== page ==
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    #183780 - 03/04/14 07:24 AM Re: Gifted children could learn math much earlier [Re: JonahSinick]
    luvedu Offline
    Junior Member

    Registered: 02/26/14
    Posts: 31

    indigo, again your analysis is right on. Some points that I didn't automatically think about, you rightly pointed them to me! Luv your Broccoli analogy :-) !

    I have a mild problem with enriching(takes 4-8 hours) the child at home after school, as it takes away the time of having casual middle of the week unhurried dinners - the ones that open and give way to play/ talk/ discussions. Doing after school enrichment activities the child is already bogged down with million things on his mind!Agreed try to strive a balance- but with a gifted child there is no balance- HE wishes to go all the way deeper and deeper. But without the essential out of school enrichment, my son will "fall off the curious / wants to learn more brain" that is brimming with firing neurons. I feel learning is like LOVE - why withhold it?
    It is a "damned if I do damned if I don't"-situation ! I just can't bring myself to let him " go with the flow and sail away where ever the wind takes him!"

    We donate a sizable amount to the school too. I am unable to understand the ego behind not allowing a child to learn at his fast pace. Agreed the heavy donors and Board members do not have children who fit this mold. I suspect this makes the school look bad , as not all the children are racing to learn and excel!

    ** 1111. Only our son's Art Teacher " gets it " :-) . My son is also not challenged with the Art department as they are not giving him challenging meaningful art projects ! I engage him in fine art at home - but 24 hours a day are NEVER enough , alas ! I am seriously considering taking a year off after highschool and sending him to France for a year to continue his love and talent for Art ( will this happen- I don't know ! ), he is willing. He can speak french !

    I am grateful for you all giving me feedback and making my decision to switch school , seem appropriate !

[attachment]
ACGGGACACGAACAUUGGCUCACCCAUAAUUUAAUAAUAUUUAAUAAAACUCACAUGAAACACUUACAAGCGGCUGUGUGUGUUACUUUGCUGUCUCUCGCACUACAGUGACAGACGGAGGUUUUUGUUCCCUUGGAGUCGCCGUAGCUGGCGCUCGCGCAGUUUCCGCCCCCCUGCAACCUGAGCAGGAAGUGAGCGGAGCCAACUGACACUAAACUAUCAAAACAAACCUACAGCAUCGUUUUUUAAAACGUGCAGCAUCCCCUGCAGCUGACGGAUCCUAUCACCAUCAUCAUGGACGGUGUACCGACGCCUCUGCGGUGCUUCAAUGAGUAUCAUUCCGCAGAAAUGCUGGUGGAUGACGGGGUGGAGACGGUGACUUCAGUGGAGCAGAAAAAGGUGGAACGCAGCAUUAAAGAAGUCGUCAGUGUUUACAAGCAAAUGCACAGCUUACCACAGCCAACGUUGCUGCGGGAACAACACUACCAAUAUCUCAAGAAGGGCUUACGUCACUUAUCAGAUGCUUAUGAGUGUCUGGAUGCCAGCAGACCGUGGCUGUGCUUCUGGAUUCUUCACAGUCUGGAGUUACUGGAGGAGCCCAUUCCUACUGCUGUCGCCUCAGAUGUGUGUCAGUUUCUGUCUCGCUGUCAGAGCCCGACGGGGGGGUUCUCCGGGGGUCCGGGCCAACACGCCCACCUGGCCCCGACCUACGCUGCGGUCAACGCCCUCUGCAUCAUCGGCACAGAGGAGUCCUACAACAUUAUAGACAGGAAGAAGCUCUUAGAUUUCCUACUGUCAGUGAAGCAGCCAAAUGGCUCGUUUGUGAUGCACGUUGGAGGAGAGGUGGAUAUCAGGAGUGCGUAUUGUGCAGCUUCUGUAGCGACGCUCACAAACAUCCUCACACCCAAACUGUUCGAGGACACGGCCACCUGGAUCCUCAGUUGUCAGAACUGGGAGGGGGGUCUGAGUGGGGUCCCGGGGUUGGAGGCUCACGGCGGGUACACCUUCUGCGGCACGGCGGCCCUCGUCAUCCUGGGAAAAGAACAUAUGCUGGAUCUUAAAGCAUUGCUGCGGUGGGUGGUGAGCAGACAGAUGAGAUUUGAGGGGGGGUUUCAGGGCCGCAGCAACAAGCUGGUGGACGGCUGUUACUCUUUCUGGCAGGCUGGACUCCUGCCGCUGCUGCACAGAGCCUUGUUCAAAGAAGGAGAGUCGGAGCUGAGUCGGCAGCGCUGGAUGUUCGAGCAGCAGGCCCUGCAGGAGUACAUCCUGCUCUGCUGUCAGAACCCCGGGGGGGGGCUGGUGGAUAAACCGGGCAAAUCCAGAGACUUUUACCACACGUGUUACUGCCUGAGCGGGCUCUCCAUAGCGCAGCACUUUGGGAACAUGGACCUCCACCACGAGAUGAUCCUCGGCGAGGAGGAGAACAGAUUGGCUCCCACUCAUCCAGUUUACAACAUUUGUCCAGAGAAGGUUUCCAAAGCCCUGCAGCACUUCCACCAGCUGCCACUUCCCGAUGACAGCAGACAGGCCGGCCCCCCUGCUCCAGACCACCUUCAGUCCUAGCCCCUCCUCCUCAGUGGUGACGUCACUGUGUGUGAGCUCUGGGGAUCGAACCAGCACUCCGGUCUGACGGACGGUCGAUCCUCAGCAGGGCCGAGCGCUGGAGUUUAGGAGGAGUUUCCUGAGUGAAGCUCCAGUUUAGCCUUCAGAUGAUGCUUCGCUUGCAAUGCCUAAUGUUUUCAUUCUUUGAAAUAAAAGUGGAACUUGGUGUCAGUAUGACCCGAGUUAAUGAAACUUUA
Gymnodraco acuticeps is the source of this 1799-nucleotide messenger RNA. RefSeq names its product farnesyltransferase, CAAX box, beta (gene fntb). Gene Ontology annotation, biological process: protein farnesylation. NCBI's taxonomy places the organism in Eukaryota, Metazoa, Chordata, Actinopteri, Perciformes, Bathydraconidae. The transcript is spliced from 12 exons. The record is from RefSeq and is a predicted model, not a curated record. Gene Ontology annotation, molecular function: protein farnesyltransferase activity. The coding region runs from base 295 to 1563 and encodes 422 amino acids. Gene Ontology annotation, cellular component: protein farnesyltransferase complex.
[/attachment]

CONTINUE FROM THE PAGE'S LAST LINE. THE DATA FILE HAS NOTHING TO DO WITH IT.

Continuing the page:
Will continue to keep you guys posted.

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    #183804 - 03/04/14 10:26 AM Re: Gifted children could learn math much earlier [Re: luvedu]
    ashley Offline
    Member

    Registered: 03/26/12
    Posts: 638
    Originally Posted By: luvedu


    I am not expert in education - but I see a child who wants to learn more, is SUPER well behaved, has shown consistently he excels in math - WHY DENY him ?



    luvedu, your son's story closely parallels my son's. My son is younger at 6, but your post bought a sense of deja vu to me. I too have problems with "afterschooling" for hours upon hours in my son's areas of strengths. I find it counter intuitive and counter productive. But, I live in an area where it is the norm rather than the exception.

    Some strategies that might help:
    1. Use online programs (EPGY online is an example) and the Great Courses DVDs as enrichment tools. Your son can learn at his convenience.
    2. Try to get your son a mentor or a tutor in advanced math - I have a strong math background and teach my son now, but, I would like him to have a mentor to guide him later on.
    3. Enter your son in a Math olympiad or Math Kangaroo like competition - if your son wins a significant prize, the school has to acknowledge that he is gifted in math, right???
    4. Please consider enrolling your son into your local Math Circle. The advantage is that your son can interact with like minded peers, advance significantly in math and will have a mentor to guide him.
    In addition to these, I have a curriculum that is good that I use to teach my son at home.
    I am sorry that your son's gifted school thinks that they are "experts" in teaching your son. If they say that you should look for another school, then, maybe you should ... because in addition to fee, you are paying them a donation too!
    Good luck with the DYS application. Maybe they will help you find a solution.

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    #183813 - 03/04/14 11:09 AM Re: Gifted children could learn math much earlier [Re: JonahSinick]
    luvedu Offline
    Junior Member

    Registered: 02/26/14
    Posts: 31
    ashley. Great to hear from you.
    Isn't it true " I too have problems with "afterschooling" for hours upon hours in my son's areas of strengths. I find it counter intuitive and counter productive ! "

    Loved your suggestions.

    1. He and my younger son (8) are both in CTY English program. They Luv it. They are in "Where the wild things are ( gr 3) and the older one is in " The process of writing"( gr 5). Can't say enough good things about CTY

    2. Finding a mentor in Gifted Math is very very hard. I teach my kids math , just like you do . But I would like some one who can teach him , while drawing on his strengths ! I don't want a repeat of the school teaching ...